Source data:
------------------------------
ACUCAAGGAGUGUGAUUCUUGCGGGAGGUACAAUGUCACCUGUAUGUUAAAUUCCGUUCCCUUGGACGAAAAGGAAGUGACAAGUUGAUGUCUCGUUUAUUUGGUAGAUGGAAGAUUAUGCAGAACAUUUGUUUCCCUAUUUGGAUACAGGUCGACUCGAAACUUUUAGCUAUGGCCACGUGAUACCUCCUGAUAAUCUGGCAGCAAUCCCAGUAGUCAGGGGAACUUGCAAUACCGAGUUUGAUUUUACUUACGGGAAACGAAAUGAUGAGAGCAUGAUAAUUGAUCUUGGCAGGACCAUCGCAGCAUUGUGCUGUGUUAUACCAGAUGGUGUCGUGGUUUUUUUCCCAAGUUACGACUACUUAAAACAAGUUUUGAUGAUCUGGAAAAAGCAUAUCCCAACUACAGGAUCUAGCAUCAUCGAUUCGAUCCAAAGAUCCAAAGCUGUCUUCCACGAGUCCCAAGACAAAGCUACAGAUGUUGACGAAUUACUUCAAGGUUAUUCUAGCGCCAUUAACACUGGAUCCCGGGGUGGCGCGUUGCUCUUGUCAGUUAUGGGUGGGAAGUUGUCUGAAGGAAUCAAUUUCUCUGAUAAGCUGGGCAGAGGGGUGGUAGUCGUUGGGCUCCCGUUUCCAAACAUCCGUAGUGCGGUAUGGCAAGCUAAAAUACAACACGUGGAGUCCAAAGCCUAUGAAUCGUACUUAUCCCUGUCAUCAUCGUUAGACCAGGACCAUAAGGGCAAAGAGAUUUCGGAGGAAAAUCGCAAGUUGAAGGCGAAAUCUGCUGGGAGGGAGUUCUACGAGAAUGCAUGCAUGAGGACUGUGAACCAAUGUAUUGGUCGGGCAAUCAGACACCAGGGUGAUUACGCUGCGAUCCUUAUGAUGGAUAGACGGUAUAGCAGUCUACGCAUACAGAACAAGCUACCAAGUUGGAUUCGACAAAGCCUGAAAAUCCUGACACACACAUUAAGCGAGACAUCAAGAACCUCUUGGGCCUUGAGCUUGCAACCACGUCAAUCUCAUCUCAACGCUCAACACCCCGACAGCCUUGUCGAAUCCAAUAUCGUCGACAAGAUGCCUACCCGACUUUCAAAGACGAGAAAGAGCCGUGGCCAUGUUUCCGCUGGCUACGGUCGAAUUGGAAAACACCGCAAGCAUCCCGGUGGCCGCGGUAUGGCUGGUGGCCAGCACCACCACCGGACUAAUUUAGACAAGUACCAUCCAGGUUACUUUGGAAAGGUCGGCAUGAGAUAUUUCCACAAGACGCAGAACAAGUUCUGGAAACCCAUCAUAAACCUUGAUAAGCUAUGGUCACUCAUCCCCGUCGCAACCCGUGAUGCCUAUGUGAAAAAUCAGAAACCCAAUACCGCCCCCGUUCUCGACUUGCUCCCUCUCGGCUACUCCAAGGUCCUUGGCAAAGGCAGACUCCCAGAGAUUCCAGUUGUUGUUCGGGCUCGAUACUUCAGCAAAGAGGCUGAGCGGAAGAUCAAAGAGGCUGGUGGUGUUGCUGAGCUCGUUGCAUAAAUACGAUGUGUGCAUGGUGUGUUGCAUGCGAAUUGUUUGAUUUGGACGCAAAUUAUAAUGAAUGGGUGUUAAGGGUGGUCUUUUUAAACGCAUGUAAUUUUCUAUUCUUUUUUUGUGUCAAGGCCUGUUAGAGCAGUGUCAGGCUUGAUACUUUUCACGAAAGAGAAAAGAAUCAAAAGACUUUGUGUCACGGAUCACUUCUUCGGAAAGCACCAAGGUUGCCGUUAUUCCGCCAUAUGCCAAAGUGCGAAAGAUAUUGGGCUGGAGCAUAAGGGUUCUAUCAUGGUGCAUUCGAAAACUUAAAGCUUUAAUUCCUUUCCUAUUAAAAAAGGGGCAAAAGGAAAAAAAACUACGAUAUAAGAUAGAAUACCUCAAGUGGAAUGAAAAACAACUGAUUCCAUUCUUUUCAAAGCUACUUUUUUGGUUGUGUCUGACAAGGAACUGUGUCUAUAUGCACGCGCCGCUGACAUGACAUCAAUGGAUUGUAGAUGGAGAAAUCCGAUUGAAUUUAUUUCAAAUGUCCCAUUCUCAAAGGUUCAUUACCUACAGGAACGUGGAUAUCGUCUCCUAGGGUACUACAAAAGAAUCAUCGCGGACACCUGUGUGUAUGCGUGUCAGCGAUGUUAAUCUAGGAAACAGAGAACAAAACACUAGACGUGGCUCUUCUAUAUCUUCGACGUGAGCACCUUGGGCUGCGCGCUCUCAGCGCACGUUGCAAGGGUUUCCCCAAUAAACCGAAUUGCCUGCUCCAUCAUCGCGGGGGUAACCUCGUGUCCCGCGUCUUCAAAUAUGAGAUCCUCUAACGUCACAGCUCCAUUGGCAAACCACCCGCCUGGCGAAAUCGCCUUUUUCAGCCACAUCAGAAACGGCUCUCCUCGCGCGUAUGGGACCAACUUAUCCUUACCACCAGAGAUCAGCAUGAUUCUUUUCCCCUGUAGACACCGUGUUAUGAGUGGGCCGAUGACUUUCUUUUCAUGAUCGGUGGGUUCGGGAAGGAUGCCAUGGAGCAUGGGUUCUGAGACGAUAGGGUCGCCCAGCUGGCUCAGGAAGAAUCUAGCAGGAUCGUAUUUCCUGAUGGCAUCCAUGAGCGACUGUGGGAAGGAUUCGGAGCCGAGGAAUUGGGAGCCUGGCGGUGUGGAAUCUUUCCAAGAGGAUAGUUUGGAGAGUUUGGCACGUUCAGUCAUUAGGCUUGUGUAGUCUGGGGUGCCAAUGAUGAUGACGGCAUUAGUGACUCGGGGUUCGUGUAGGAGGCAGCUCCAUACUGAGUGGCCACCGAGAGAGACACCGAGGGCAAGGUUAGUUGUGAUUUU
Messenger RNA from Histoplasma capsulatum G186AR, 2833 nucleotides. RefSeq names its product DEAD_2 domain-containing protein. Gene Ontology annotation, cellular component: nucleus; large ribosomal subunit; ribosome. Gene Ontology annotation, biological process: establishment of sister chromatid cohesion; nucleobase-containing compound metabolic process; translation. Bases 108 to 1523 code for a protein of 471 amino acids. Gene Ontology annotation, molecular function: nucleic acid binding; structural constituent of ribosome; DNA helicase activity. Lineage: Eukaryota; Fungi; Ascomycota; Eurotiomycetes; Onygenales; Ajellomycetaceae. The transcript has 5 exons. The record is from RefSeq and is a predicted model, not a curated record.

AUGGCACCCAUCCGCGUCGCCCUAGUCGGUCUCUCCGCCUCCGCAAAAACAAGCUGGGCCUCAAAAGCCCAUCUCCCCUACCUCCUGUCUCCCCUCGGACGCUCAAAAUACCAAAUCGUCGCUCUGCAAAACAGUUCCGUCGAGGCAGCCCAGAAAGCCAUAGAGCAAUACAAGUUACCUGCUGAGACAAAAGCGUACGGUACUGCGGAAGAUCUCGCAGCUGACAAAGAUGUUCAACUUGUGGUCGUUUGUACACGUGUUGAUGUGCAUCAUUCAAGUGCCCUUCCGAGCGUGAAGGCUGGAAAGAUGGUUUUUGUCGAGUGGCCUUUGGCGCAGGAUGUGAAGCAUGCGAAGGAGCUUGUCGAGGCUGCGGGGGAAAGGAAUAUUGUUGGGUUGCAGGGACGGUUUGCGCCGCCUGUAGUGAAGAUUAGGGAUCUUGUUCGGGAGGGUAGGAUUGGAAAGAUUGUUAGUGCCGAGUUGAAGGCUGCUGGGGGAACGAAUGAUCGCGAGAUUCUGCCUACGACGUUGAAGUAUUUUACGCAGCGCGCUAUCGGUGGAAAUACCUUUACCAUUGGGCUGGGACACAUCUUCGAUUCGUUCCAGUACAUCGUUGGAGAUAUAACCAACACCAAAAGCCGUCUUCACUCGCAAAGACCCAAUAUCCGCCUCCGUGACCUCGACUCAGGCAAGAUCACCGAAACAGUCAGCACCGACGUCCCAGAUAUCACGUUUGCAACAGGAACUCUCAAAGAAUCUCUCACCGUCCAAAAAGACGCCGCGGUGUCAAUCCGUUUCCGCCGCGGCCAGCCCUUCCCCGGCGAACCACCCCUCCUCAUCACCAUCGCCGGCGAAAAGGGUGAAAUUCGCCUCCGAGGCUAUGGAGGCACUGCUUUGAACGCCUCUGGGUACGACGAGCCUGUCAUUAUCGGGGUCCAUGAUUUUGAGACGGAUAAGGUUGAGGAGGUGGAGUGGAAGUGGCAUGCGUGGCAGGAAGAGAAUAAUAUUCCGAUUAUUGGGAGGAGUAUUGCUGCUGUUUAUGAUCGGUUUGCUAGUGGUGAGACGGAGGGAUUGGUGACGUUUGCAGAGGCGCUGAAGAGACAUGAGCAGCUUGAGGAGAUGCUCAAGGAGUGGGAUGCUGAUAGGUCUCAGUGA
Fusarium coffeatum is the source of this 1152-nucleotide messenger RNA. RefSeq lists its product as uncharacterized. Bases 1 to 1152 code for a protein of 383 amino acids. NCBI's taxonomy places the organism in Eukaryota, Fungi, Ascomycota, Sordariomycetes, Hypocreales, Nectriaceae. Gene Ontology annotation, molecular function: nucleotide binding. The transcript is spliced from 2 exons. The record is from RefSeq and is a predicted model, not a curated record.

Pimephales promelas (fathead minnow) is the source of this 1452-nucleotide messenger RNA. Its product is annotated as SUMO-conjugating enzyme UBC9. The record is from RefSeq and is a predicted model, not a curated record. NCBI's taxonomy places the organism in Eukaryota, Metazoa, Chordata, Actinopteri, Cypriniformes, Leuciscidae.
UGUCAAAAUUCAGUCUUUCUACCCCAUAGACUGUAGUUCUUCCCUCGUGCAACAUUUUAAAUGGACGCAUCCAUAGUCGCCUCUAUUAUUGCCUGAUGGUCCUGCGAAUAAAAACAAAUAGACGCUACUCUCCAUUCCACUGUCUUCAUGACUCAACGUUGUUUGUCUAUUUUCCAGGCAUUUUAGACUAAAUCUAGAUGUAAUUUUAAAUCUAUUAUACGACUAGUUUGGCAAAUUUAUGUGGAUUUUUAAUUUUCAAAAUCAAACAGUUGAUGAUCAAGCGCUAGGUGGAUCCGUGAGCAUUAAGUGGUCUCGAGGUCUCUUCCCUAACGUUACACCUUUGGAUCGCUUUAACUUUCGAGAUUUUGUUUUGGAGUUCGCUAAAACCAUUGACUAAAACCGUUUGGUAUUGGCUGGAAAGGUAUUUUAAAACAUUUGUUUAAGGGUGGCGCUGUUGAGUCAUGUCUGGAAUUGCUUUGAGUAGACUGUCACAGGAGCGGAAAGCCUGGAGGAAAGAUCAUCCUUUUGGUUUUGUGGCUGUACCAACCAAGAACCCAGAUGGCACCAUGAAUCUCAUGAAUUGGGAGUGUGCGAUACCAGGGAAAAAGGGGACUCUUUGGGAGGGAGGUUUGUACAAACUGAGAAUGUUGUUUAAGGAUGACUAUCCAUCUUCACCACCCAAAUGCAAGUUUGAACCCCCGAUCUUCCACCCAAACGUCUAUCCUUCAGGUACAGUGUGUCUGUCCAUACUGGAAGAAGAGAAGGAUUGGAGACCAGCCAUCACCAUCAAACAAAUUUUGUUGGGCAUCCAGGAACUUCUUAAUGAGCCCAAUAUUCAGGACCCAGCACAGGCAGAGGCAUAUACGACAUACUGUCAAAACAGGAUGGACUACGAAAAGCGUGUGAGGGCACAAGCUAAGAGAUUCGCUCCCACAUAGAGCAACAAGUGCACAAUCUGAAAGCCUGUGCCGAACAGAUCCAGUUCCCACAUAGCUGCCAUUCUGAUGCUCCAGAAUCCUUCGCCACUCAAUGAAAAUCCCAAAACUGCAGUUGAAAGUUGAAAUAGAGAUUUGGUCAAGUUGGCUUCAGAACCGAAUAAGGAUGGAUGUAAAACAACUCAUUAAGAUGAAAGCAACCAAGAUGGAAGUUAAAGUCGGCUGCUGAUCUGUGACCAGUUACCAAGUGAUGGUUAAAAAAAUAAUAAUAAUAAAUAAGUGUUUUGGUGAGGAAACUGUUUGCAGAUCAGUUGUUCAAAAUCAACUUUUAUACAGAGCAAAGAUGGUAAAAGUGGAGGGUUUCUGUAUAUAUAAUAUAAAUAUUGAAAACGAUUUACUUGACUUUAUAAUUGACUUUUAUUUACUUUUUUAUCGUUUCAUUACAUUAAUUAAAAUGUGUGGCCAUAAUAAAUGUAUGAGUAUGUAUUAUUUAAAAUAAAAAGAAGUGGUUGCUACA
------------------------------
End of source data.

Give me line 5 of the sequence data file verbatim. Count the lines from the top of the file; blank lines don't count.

Pimephales promelas (fathead minnow) is the source of this 1452-nucleotide messenger RNA. Its product is annotated as SUMO-conjugating enzyme UBC9. The record is from RefSeq and is a predicted model, not a curated record. NCBI's taxonomy places the organism in Eukaryota, Metazoa, Chordata, Actinopteri, Cypriniformes, Leuciscidae.